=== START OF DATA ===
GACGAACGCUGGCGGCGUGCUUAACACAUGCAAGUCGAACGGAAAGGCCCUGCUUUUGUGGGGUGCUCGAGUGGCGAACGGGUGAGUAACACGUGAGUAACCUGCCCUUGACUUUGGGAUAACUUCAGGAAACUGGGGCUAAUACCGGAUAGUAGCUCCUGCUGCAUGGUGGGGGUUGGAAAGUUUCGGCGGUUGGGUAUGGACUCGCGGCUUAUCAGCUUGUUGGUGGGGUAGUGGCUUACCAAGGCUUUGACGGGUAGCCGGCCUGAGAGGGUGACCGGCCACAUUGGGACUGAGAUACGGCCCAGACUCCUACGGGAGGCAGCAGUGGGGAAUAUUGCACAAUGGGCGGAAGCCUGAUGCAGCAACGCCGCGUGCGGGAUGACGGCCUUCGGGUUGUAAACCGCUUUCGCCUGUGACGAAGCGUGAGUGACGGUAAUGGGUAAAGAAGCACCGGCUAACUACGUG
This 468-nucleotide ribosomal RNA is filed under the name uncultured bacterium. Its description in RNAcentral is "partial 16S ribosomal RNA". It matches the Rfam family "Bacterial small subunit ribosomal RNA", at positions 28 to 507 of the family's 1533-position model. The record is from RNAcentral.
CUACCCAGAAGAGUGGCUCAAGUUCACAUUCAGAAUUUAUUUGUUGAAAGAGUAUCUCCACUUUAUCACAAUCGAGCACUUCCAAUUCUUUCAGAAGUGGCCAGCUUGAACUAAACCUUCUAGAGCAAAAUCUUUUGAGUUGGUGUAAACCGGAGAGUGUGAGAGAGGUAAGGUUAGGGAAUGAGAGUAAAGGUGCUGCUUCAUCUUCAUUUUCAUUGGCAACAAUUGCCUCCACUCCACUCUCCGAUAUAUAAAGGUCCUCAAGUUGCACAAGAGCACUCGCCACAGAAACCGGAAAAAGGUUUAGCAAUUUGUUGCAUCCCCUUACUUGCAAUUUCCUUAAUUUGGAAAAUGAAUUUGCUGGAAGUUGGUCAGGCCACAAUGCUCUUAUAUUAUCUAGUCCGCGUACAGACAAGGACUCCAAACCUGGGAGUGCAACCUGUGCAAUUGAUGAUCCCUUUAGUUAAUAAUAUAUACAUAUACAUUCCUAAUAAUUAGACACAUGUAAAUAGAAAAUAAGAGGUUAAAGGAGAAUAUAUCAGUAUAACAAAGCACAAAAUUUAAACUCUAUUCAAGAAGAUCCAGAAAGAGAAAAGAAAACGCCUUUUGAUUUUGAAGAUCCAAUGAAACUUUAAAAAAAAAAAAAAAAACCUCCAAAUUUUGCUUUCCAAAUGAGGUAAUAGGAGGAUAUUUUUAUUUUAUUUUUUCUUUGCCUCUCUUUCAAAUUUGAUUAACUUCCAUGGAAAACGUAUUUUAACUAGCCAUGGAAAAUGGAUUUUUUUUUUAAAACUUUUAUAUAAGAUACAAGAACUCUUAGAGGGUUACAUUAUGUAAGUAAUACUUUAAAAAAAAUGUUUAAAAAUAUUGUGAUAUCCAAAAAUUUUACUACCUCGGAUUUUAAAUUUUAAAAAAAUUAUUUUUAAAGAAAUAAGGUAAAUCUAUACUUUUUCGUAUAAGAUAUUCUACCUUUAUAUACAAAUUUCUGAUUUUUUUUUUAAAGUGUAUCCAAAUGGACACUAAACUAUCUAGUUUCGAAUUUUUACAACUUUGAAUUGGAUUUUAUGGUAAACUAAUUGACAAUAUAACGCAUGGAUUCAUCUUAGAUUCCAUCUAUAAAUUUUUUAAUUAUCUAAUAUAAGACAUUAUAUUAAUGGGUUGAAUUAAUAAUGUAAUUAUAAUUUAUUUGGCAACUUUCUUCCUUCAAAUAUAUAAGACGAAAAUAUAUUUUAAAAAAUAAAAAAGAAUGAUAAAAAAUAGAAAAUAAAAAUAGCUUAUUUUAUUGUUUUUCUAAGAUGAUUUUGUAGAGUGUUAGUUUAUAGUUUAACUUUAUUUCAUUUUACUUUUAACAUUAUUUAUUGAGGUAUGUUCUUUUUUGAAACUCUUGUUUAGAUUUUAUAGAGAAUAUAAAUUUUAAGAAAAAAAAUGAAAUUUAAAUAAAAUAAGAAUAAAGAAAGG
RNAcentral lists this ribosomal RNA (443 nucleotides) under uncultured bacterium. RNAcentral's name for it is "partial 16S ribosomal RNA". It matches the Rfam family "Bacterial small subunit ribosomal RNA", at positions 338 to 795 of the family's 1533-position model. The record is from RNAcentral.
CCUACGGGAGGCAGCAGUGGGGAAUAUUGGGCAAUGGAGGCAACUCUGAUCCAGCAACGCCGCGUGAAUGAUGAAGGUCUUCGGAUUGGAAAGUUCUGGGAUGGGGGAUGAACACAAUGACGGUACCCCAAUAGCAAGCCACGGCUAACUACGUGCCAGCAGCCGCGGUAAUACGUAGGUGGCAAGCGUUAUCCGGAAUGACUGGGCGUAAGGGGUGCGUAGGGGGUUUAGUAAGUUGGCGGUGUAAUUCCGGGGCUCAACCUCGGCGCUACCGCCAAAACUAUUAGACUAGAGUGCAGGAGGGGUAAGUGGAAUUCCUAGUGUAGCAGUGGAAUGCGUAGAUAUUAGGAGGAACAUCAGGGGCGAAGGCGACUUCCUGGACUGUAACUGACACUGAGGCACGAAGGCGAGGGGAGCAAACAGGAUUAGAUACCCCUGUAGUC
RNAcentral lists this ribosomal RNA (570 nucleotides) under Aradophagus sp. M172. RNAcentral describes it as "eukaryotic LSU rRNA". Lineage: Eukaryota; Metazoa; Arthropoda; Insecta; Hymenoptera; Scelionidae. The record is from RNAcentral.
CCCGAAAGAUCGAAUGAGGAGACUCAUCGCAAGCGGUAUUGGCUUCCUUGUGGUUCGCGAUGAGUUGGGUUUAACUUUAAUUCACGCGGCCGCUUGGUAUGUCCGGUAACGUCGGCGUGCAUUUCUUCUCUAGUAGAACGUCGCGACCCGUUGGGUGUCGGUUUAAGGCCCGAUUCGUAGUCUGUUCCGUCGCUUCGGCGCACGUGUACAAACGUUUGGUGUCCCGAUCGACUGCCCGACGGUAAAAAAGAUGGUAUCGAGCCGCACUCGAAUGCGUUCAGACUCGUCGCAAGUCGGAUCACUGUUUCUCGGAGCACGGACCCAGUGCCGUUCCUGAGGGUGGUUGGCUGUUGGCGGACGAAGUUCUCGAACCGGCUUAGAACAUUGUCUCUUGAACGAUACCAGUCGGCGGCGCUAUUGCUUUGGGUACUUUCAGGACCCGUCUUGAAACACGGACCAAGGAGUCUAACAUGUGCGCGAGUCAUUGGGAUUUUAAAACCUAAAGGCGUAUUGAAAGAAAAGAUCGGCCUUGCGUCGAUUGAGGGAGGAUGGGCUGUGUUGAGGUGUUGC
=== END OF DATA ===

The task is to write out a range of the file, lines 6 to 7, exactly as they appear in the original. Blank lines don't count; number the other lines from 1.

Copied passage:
RNAcentral lists this ribosomal RNA (570 nucleotides) under Aradophagus sp. M172. RNAcentral describes it as "eukaryotic LSU rRNA". Lineage: Eukaryota; Metazoa; Arthropoda; Insecta; Hymenoptera; Scelionidae. The record is from RNAcentral.
CCCGAAAGAUCGAAUGAGGAGACUCAUCGCAAGCGGUAUUGGCUUCCUUGUGGUUCGCGAUGAGUUGGGUUUAACUUUAAUUCACGCGGCCGCUUGGUAUGUCCGGUAACGUCGGCGUGCAUUUCUUCUCUAGUAGAACGUCGCGACCCGUUGGGUGUCGGUUUAAGGCCCGAUUCGUAGUCUGUUCCGUCGCUUCGGCGCACGUGUACAAACGUUUGGUGUCCCGAUCGACUGCCCGACGGUAAAAAAGAUGGUAUCGAGCCGCACUCGAAUGCGUUCAGACUCGUCGCAAGUCGGAUCACUGUUUCUCGGAGCACGGACCCAGUGCCGUUCCUGAGGGUGGUUGGCUGUUGGCGGACGAAGUUCUCGAACCGGCUUAGAACAUUGUCUCUUGAACGAUACCAGUCGGCGGCGCUAUUGCUUUGGGUACUUUCAGGACCCGUCUUGAAACACGGACCAAGGAGUCUAACAUGUGCGCGAGUCAUUGGGAUUUUAAAACCUAAAGGCGUAUUGAAAGAAAAGAUCGGCCUUGCGUCGAUUGAGGGAGGAUGGGCUGUGUUGAGGUGUUGC